It’s a fact; more and more people are living alone than at any time in recent history. More than fifty percent of those over age 75 live by themselves. For adults over age 50, millions are affected by isolation. 26 percent of those over 75 will be at an increased risk of death by living alone.
Social isolation in seniors can result in a reduction of their social skills. These seniors participate less in their communities. Many of them develop depression and other mental illnesses. Social isolation is also a risk factor for abuse of the elderly. Disabled seniors also tend to be isolated more than others, leading to alcohol and drug abuse, unhealthy eating habits and lack of exercise.
In today’s tech-centered age, staying in touch with friends and family members from all over the country has never been easier. With just a few clicks of a mouse or a text on your smart phone, you can easily stay connected with individuals from all across the world. However, even with all of this technology at our fingertips, there are many seniors today who live in complete social isolation and who deal with debilitating loneliness.
While this may seem like a rather mild problem in a world where heart disease, cancer and dementia take the lives of so many seniors, studies have found that loneliness can actually have a very serious impact on the health and well-being of seniors today.
One study found that individuals age 60 and older who report feelings of loneliness had a 45 percent higher risk of death than those who do not report feeling lonely. Meanwhile, isolated seniors have a 59 percent greater risk of mental and physical decline than individuals who do not experience this type of social isolation.
So why am I writing this column filled with doom, gloom and loneliness at the height of the summer when most people are out gardening, meeting acquaintances for lunch, enjoying leisurely strolls in the neighbourhood, participating in summer sports, vacationing at the cottage, or all those other wonderful things that make the summer season so special? I am writing it because not everyone is able to partake of the pleasures we take for granted.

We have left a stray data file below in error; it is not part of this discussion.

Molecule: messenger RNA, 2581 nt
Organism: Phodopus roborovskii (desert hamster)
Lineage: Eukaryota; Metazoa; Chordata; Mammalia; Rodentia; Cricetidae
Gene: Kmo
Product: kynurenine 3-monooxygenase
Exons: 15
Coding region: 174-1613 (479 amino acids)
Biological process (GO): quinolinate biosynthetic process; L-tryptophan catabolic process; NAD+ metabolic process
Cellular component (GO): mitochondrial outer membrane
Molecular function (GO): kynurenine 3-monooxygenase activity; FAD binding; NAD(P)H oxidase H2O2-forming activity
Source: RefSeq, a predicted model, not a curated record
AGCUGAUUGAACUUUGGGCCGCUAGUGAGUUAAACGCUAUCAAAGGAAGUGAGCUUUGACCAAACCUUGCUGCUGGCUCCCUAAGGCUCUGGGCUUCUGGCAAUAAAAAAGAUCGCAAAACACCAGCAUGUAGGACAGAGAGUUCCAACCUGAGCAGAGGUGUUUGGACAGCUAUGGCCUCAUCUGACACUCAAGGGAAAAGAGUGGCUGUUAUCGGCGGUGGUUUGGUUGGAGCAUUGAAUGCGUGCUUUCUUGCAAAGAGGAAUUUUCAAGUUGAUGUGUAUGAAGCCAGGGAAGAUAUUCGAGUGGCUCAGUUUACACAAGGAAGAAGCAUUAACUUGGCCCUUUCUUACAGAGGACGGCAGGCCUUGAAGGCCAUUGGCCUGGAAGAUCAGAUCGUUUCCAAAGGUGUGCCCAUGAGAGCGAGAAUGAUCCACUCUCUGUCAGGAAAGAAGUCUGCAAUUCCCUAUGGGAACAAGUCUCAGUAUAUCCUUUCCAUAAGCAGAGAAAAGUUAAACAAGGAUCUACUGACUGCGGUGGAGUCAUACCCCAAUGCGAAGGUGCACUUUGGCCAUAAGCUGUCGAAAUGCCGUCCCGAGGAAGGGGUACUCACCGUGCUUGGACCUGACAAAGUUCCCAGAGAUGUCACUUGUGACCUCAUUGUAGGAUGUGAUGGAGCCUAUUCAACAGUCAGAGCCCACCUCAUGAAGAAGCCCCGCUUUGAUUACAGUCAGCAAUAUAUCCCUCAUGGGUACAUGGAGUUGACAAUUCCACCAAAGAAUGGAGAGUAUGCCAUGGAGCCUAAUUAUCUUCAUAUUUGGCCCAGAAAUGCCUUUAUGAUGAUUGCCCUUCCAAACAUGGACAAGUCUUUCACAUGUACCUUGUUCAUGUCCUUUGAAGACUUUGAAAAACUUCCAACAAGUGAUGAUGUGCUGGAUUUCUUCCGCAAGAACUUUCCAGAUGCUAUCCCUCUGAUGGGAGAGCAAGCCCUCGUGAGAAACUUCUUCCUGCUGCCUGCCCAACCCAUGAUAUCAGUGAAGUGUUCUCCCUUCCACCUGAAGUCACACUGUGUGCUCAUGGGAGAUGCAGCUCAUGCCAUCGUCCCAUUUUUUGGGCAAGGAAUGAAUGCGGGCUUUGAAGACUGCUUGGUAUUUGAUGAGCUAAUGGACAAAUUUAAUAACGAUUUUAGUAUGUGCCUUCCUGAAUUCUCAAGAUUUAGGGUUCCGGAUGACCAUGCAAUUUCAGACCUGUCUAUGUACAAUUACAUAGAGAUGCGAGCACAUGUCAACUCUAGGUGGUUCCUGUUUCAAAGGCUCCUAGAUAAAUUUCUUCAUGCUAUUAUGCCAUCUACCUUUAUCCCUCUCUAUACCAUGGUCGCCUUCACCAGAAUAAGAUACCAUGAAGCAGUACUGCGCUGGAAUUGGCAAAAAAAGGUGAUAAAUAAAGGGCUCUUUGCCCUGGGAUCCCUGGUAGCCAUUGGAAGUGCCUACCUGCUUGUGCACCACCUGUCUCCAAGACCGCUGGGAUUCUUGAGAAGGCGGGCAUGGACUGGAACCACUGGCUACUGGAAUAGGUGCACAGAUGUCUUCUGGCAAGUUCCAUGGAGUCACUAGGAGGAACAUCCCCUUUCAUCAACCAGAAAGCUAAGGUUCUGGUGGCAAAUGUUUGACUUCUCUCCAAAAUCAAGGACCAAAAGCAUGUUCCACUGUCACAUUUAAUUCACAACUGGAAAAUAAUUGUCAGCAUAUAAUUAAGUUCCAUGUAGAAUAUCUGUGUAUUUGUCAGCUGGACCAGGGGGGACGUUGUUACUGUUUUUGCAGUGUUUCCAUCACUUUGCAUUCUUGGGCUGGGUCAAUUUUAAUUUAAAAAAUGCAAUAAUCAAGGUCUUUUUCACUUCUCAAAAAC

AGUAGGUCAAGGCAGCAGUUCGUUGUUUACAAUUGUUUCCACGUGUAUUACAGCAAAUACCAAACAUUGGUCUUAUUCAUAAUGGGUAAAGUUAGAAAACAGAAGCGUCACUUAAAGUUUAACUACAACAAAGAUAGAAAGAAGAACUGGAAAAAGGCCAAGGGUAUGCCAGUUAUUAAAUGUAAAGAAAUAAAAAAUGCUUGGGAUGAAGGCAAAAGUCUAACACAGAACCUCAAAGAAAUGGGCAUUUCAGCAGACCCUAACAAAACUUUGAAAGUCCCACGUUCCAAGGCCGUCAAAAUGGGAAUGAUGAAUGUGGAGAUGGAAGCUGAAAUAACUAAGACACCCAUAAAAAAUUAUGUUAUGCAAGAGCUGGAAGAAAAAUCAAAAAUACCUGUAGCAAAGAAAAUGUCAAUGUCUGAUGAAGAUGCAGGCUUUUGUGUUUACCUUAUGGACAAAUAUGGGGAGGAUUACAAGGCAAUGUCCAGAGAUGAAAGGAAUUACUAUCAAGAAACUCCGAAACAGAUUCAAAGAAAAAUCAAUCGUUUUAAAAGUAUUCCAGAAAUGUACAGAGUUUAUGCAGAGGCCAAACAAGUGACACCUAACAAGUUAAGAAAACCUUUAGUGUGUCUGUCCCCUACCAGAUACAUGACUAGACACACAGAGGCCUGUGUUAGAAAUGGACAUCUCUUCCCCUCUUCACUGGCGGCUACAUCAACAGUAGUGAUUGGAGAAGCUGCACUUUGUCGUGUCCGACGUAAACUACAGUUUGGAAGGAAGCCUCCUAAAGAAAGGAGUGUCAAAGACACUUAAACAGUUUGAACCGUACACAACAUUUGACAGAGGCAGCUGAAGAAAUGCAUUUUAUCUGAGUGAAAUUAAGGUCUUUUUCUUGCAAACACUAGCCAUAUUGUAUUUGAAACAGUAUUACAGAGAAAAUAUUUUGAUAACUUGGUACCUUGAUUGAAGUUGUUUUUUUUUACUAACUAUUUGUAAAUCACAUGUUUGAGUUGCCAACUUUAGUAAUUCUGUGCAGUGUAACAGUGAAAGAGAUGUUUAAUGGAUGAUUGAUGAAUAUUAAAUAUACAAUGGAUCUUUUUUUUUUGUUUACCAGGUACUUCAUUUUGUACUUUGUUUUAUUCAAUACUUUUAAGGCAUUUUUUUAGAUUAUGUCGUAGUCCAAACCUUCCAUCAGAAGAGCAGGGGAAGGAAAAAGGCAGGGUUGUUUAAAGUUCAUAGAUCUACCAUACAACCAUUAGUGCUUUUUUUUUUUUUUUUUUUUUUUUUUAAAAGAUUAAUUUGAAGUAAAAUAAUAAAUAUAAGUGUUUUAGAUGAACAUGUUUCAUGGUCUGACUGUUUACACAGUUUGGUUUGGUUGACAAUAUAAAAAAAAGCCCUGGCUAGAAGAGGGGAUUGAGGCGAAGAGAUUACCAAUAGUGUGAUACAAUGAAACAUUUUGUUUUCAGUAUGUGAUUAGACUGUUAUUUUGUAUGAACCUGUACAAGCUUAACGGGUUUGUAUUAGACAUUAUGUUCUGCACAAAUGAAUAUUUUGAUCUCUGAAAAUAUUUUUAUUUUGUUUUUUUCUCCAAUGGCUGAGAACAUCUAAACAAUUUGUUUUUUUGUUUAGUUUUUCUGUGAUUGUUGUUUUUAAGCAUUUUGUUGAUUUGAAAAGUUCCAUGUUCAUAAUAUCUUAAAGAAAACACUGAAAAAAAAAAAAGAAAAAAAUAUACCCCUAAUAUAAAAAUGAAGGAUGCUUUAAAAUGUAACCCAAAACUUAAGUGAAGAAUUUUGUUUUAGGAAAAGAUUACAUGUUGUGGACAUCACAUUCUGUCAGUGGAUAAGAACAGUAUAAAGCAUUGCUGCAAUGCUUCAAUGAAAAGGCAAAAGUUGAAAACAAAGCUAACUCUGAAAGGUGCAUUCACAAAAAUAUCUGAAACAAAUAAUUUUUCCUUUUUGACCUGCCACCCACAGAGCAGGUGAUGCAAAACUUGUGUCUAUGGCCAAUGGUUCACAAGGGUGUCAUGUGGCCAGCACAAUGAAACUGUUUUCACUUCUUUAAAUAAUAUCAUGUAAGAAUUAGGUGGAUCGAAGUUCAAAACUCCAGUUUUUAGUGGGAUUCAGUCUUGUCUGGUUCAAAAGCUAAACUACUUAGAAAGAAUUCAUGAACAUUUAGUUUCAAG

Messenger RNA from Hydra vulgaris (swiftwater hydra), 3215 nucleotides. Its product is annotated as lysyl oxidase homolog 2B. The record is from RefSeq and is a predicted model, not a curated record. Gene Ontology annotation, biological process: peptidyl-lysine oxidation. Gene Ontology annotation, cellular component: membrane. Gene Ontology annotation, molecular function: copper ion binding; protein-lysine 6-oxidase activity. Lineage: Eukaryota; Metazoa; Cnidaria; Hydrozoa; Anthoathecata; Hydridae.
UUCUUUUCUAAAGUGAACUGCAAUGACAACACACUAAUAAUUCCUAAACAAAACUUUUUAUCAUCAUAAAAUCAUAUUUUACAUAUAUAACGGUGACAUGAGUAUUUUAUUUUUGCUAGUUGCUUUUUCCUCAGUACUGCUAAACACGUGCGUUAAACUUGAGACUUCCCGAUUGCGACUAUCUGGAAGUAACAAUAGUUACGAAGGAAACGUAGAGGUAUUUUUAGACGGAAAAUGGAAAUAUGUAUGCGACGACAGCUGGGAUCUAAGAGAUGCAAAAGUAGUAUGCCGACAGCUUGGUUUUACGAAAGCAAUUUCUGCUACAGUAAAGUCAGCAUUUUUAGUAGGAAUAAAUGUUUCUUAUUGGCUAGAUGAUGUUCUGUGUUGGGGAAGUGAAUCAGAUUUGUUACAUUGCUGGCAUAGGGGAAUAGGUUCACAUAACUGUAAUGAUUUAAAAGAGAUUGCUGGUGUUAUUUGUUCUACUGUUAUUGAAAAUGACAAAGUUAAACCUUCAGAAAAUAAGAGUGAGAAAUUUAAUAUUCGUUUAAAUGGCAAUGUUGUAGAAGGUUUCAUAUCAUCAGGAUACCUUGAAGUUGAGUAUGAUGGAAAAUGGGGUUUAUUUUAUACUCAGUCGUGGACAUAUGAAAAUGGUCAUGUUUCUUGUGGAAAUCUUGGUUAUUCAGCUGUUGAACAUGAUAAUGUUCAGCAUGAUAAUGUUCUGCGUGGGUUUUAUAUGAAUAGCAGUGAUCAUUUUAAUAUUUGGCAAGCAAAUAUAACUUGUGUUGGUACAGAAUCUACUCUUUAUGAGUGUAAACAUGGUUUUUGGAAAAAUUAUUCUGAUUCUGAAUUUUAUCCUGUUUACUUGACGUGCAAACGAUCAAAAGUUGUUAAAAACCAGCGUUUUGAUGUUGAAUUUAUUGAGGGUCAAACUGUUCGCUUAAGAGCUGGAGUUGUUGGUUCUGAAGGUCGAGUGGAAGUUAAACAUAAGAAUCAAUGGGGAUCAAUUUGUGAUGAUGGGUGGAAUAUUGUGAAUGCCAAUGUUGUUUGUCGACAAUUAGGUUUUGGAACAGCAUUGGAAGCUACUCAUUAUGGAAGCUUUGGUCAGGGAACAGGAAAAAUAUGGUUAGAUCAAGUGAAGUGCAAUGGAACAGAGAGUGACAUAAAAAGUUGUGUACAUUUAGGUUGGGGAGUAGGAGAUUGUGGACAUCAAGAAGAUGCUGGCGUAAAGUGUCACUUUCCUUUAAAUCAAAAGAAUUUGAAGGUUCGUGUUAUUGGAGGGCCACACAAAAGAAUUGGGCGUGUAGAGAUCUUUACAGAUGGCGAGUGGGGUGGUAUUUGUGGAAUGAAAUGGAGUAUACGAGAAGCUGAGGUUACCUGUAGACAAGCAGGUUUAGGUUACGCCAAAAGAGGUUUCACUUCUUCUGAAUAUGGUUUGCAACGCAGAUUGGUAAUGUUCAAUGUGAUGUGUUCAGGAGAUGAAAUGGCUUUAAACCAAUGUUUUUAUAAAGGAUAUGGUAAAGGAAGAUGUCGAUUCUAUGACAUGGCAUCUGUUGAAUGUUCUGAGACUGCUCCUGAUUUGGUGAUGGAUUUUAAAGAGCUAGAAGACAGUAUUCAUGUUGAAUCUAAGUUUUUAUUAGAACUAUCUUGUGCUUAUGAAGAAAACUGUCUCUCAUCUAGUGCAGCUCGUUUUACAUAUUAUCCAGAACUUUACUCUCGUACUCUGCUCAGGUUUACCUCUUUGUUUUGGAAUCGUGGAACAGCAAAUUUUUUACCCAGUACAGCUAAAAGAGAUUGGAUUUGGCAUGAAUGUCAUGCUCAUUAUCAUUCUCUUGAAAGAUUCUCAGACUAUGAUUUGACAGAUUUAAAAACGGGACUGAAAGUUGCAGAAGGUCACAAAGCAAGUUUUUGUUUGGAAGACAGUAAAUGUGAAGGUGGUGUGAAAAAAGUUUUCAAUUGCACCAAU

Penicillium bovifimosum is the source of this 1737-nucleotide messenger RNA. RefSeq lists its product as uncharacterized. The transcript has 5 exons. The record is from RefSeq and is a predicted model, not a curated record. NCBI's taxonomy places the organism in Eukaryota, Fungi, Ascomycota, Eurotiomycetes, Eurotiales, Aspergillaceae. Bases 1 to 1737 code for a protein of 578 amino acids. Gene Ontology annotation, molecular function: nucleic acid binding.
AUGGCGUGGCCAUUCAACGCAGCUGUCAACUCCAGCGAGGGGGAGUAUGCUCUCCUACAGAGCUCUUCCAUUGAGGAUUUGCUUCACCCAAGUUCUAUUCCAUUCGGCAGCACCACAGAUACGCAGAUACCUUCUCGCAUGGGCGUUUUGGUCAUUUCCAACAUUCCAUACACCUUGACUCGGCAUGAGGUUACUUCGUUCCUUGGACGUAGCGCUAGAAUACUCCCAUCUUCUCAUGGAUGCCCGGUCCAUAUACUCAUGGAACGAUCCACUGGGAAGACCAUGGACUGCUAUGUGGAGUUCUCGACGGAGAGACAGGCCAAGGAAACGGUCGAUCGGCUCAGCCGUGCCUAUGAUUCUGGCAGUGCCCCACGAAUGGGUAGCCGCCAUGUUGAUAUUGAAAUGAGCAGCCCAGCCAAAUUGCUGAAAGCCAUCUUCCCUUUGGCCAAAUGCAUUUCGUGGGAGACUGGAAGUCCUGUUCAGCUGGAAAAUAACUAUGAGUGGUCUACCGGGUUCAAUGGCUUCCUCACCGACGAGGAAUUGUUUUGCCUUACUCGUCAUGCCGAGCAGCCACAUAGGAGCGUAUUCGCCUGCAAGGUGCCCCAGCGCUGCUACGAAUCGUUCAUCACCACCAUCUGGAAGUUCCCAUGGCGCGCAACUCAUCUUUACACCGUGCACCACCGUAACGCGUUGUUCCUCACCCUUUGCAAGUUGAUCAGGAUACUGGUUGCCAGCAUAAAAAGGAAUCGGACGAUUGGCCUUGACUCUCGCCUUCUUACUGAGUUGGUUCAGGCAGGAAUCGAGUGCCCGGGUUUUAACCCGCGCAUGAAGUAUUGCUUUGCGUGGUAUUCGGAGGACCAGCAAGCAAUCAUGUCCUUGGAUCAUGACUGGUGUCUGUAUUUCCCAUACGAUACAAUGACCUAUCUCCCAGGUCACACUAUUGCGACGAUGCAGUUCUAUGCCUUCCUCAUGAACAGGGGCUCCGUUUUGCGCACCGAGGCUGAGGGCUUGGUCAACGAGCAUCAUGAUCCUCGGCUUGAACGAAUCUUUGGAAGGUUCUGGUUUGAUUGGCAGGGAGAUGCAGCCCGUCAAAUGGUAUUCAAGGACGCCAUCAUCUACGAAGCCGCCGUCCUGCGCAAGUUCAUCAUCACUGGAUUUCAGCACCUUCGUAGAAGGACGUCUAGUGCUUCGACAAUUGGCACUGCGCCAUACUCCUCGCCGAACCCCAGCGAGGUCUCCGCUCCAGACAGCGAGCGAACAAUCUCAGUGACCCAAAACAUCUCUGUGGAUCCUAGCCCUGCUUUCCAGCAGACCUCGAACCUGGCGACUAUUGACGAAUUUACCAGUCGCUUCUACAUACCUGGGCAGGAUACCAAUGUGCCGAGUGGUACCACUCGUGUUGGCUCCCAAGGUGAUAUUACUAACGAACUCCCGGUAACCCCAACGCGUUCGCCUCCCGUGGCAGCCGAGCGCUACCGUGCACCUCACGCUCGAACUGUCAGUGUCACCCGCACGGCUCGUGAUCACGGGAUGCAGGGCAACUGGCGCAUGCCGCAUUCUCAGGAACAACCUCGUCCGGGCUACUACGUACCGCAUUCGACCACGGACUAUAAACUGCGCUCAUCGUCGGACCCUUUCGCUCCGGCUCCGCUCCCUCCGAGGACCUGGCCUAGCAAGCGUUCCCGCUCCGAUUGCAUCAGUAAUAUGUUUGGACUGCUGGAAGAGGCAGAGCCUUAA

While you were out for your afternoon stroll did you happen to notice Mrs. Smith in her rather run-down little house with the gardens overgrown and the lawn not mowed while she huddled behind closed curtains because the bright light affected her eyes? How about Mr. Jones who has become increasingly gaunt and weak as he pines for his beloved wife who passed away a year ago?
So how can you help? You can call Irene at 613-969-0130 and ask about becoming a Friendly Visitor. You can join our wonderful family of volunteers and it will only take a couple of hours per week to make a difference in someone’s life. We would match you with a suitable senior in the community that you would visit weekly and engage them in a stimulating conversation, or go for a leisurely walk, or a coffee at the local café, or engage in a favourite activity or hobby. Go ahead – pick up the phone and be the person that makes a difference for Mrs. Smith or Mr. Jones.